Members and alumni of the Native American Indigenous Alliance attend the 9th annual veterans' pow wow in 2011. Photo Courtesy of the Native American Indigenous Alliance.

Members and alumni of the Native American Indigenous Alliance attend the 9th annual veterans’ pow wow in 2011.
Photo Courtesy of the Native American Indigenous Alliance.

To some Native Americans, the protest against the Redskins name and mascot means more than just a fight against an offensive term. According to NAIA member Melanie Bartosh, long-term oppression against Natives has created a cycle of shame within the Native American community.

“I think the recent movement is more of a way for Native people to get back their identity which has been defined by other people for so long,” Bartosh said.

According to statistics released by Mason’s Institutional Research and Reporting center, of the 1,172 new students enrolled in 2014, only 5 identified as Native American. Although Mason’s Native American student population is small, NAIA has received support from other organizations and students on campus.

“Last fall, a lot of people reached out to us from campus, students from different classes, but also from other media outlets and things in the area asking us for our opinion on the issue,” Desjardins said. “I do feel like people are interested in what we have to say about that.”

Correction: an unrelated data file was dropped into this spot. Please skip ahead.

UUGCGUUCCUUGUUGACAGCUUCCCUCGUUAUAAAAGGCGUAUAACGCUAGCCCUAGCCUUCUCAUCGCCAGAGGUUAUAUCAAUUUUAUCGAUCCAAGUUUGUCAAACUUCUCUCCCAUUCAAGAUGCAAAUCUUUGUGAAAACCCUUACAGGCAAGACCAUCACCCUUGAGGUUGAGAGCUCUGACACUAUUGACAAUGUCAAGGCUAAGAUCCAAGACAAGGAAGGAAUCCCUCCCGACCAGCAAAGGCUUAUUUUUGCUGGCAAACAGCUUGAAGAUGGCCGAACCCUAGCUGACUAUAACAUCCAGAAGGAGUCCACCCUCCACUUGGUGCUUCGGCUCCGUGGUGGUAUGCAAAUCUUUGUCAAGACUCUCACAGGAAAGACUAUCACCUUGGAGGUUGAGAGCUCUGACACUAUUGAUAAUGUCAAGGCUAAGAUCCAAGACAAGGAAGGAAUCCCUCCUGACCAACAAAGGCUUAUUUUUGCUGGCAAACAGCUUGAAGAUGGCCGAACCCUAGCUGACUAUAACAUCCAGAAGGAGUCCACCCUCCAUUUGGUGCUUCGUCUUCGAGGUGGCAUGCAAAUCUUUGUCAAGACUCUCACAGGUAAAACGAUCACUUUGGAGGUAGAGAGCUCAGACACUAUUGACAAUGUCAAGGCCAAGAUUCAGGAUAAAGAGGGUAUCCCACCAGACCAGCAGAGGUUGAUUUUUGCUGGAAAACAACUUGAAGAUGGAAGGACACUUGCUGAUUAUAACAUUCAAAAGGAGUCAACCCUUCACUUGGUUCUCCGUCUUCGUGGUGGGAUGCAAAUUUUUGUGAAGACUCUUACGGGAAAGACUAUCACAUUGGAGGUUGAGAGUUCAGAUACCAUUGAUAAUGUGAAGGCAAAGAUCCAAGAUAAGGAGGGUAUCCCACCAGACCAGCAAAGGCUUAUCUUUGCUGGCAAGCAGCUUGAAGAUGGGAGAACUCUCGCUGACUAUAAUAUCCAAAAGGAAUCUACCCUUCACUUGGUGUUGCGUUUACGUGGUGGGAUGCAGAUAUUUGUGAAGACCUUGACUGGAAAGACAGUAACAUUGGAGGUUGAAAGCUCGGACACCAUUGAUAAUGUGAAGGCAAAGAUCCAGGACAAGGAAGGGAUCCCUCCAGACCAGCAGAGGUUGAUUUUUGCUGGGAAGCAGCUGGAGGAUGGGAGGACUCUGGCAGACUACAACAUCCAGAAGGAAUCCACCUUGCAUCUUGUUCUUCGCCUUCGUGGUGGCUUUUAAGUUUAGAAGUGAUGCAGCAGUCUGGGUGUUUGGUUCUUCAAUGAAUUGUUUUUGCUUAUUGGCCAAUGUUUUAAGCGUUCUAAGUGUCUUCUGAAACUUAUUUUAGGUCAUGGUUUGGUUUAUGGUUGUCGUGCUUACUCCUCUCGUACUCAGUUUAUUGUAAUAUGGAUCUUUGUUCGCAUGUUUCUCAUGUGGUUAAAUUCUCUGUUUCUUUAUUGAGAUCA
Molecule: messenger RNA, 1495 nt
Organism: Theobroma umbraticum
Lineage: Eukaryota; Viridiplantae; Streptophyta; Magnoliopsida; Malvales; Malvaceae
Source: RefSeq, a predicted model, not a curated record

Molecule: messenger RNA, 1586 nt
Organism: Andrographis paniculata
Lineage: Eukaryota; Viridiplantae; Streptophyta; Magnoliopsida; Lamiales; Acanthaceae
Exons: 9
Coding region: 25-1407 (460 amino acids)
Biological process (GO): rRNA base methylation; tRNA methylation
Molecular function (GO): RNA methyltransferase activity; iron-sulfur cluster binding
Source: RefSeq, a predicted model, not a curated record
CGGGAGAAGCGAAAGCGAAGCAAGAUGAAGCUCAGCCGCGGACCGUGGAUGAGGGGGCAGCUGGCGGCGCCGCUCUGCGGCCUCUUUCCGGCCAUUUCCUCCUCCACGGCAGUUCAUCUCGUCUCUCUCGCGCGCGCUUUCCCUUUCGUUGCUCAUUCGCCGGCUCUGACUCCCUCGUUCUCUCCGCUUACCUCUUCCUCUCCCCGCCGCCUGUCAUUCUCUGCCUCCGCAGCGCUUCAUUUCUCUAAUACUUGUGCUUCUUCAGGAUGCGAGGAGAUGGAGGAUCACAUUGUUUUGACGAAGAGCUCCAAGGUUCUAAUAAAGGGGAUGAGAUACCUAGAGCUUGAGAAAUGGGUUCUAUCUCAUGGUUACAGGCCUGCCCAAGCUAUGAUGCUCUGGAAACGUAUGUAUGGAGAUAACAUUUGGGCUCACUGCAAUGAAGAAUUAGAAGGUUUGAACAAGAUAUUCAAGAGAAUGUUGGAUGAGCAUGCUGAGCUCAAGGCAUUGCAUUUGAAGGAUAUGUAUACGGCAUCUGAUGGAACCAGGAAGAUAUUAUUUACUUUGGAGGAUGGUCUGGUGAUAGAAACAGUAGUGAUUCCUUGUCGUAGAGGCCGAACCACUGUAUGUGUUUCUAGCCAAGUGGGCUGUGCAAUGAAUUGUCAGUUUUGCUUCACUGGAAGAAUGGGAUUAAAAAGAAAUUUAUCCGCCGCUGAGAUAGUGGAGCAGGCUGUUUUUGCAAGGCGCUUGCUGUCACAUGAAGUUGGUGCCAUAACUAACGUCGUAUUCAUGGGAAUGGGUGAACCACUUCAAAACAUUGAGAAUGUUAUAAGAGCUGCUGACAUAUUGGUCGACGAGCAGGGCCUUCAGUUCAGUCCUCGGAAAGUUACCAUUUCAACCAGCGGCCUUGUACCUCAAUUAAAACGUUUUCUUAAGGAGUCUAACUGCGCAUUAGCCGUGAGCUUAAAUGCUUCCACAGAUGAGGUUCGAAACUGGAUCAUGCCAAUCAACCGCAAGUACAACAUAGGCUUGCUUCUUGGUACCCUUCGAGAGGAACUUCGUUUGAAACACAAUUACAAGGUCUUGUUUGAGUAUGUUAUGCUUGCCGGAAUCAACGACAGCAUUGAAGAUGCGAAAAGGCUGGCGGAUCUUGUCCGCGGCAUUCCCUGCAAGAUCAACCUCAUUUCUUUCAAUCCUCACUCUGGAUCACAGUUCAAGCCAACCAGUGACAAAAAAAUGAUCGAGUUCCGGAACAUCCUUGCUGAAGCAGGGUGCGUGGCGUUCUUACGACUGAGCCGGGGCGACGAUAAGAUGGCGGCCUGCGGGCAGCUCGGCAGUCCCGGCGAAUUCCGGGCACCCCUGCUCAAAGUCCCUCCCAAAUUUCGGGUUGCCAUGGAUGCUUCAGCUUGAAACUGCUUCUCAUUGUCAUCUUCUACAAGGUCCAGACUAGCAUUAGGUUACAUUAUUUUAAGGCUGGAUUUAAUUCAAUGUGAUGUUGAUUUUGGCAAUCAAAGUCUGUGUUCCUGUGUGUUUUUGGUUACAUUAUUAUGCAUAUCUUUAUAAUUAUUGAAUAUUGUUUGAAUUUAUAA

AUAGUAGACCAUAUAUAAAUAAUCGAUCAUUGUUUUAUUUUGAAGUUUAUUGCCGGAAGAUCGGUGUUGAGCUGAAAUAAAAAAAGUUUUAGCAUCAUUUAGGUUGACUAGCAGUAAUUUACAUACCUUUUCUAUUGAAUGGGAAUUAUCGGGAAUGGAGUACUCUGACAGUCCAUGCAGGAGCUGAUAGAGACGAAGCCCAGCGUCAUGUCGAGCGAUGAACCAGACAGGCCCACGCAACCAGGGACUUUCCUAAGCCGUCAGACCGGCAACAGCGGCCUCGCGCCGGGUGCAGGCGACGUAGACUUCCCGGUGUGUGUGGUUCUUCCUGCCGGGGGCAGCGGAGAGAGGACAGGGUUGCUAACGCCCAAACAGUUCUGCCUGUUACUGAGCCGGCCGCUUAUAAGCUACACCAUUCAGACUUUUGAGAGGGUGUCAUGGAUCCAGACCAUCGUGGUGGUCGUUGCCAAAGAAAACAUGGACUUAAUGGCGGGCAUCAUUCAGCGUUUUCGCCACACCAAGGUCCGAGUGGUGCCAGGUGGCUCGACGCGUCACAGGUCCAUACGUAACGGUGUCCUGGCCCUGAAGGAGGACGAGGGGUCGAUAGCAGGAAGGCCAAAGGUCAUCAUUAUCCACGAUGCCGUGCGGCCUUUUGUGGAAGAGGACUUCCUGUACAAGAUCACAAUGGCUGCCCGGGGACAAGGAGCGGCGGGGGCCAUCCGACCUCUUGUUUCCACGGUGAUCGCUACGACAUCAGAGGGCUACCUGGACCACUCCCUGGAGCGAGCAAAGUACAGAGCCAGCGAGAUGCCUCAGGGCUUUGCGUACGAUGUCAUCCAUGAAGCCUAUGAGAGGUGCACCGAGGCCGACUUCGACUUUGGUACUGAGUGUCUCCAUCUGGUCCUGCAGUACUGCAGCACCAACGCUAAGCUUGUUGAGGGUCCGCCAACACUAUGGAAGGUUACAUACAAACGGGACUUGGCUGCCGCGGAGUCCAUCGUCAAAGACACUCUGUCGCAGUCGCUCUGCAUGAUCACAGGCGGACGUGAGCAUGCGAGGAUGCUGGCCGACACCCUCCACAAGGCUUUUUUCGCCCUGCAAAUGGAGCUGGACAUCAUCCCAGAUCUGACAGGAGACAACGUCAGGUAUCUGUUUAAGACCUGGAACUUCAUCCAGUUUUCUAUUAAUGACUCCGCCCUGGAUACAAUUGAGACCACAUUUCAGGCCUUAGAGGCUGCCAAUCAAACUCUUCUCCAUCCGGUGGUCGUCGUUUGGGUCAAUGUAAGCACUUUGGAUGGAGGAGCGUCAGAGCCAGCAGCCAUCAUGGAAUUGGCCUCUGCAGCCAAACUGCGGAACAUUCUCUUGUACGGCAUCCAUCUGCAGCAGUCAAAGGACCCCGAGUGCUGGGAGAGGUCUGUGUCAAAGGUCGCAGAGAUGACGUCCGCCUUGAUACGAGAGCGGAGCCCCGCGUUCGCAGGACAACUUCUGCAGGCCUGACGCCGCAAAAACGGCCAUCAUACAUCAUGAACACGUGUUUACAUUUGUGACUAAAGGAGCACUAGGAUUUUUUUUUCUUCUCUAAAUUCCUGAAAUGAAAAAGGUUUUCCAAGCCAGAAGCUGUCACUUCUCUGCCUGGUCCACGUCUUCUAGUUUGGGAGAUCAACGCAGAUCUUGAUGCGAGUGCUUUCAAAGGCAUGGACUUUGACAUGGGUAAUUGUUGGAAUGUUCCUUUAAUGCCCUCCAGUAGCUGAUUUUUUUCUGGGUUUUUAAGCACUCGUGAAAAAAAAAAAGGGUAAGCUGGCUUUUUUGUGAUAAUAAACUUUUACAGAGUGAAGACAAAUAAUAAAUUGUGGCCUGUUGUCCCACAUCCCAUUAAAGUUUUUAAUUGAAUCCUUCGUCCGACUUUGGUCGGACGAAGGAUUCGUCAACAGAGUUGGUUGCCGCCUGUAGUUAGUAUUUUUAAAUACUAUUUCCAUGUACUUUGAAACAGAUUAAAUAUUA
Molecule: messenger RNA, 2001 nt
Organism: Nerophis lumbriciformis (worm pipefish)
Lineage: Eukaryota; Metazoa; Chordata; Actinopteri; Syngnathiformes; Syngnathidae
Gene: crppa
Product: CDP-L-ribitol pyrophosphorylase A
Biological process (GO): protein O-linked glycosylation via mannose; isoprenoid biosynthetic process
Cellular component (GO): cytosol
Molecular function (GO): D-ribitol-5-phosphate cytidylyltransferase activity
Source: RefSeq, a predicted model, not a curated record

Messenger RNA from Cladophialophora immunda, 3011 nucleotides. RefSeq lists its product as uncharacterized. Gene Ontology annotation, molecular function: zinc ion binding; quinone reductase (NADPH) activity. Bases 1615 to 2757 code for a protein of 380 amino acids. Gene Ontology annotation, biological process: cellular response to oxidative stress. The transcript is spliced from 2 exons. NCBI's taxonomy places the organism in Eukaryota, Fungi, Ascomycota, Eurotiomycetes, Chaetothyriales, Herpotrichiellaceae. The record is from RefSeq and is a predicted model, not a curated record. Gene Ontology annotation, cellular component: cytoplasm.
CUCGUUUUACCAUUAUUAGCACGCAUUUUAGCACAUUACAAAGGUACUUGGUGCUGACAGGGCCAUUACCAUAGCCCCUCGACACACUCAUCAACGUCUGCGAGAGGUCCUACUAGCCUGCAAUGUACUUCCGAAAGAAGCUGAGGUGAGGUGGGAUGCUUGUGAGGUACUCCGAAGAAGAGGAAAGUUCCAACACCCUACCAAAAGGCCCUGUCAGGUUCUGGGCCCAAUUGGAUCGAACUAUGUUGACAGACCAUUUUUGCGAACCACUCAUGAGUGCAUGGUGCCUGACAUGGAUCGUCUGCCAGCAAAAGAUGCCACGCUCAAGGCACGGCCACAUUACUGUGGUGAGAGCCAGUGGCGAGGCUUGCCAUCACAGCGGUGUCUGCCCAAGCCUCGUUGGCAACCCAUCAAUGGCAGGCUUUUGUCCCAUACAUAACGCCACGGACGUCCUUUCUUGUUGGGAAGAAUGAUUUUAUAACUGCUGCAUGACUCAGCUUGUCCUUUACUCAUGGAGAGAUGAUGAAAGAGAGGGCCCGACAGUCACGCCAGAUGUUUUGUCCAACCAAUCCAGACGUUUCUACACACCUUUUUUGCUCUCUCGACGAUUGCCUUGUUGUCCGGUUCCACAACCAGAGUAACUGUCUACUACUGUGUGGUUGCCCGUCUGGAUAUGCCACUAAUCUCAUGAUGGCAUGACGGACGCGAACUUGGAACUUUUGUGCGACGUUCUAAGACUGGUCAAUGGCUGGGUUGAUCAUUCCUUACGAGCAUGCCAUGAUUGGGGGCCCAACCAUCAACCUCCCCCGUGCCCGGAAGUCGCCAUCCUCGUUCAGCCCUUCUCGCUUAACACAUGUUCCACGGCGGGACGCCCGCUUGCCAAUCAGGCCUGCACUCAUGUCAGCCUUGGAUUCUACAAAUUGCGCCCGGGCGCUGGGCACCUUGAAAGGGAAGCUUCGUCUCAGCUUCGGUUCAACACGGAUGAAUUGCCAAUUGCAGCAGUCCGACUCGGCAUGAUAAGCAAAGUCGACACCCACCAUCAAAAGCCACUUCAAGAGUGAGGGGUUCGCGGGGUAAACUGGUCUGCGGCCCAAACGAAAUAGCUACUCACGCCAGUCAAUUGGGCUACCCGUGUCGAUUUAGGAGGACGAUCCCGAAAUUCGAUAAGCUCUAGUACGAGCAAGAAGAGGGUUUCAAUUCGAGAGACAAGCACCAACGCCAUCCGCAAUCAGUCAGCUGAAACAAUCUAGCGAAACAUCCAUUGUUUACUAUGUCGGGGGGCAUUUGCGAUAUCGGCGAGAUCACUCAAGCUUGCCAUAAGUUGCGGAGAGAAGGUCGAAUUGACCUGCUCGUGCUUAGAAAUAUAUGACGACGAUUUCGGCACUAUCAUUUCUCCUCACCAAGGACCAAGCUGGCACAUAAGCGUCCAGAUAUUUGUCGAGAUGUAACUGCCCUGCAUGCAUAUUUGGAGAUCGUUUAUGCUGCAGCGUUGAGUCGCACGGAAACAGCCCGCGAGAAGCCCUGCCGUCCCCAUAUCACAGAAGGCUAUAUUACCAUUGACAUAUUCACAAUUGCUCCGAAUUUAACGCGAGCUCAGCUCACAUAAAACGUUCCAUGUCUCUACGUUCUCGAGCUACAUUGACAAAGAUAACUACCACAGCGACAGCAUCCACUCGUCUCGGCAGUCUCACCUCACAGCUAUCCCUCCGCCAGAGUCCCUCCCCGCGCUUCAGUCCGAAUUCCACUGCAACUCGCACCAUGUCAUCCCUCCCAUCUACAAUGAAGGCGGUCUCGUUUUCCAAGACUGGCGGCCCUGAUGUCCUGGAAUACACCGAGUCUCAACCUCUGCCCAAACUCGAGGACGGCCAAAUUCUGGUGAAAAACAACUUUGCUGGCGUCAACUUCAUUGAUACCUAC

Many fans of the name claim the name not only shows respect, but also means more than just a team name. According to the letter from Snyder, the Redskins name is symbolic of values that guided Native Americans themselves.

“Washington Redskins is more than a name we have called our football team for over eight decades,” Snyder wrote. “It’s a symbol for everything we stand for: strength, courage, pride and respect. The same values we know guide Native Americans and which are embedded throughout their rich history as the original Americans.”.

The Redskins name controversy attracts national attention and emotions run high on both sides of the debate. In Feb. 2014, Washington state Sen. Maria Cantwell and Oklahoma Rep. Tom Cole co-wrote a letter urging National Football League Commissioner Roger Goodell to publicly express support for a name change.

“The National Football League can no longer ignore this and perpetuate the use of this name as anything but what it is: a racial slur. It is clear that you haven’t heard the leading voices of this country – and not just Indian Country. Virtually every major civil rights organizations in America has spoken out in opposition to this name, including the NAACP, the Anti-Defamation League, the Rainbow Coalition and the League of United Latin American Citizens,” Cantwell and Cole said in their letter.

Though he has no ties to Native American culture, sophomore and lifelong Redskins fan Fletcher Phillips said he will always root for his team.